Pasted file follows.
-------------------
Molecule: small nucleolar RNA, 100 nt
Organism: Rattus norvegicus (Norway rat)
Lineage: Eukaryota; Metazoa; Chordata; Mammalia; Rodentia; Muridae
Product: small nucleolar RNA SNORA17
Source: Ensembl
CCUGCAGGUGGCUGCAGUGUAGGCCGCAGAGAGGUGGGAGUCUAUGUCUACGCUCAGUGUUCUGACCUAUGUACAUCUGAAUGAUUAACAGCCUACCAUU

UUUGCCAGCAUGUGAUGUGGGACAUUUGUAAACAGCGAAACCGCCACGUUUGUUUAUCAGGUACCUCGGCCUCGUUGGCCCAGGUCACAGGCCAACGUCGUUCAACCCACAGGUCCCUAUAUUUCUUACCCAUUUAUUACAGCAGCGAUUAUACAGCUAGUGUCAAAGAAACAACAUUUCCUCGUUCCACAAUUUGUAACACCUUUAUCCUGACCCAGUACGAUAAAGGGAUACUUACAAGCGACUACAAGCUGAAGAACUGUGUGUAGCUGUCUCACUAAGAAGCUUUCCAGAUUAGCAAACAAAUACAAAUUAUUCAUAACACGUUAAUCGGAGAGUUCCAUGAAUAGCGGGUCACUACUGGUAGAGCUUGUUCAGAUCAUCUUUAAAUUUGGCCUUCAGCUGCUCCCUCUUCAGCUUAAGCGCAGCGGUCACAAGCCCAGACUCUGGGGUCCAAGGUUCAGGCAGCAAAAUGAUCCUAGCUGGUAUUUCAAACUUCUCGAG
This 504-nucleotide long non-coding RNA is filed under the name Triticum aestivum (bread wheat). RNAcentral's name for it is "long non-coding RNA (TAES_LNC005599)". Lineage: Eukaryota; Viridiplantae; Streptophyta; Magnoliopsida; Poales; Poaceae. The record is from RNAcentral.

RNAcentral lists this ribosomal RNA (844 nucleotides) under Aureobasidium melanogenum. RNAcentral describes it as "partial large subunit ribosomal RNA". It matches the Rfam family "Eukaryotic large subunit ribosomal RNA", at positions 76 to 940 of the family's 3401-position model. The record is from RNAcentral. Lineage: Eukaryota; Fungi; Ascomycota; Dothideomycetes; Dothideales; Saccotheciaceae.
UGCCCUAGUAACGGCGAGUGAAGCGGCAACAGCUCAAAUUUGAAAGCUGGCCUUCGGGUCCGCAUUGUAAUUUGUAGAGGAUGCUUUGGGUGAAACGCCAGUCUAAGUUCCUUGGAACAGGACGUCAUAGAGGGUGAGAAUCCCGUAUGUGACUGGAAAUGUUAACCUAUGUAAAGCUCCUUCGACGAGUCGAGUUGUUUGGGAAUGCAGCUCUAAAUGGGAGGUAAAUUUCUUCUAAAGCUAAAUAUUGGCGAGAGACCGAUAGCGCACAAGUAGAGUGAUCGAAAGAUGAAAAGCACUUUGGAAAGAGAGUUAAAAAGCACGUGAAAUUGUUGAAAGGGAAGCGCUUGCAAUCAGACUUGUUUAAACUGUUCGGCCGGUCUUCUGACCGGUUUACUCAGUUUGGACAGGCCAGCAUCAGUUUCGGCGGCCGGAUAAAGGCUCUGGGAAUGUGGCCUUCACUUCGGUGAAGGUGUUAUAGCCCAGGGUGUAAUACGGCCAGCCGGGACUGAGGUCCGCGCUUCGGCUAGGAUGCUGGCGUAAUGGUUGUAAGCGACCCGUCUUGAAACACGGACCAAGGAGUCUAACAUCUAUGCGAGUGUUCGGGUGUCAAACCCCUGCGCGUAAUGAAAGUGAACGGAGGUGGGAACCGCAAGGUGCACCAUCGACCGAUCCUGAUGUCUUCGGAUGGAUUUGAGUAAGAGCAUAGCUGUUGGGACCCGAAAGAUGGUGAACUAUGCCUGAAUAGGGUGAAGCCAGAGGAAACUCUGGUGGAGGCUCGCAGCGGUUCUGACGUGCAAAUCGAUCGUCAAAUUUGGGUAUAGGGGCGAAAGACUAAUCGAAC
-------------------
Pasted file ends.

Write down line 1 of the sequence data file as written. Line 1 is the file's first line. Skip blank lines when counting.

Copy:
Molecule: small nucleolar RNA, 100 nt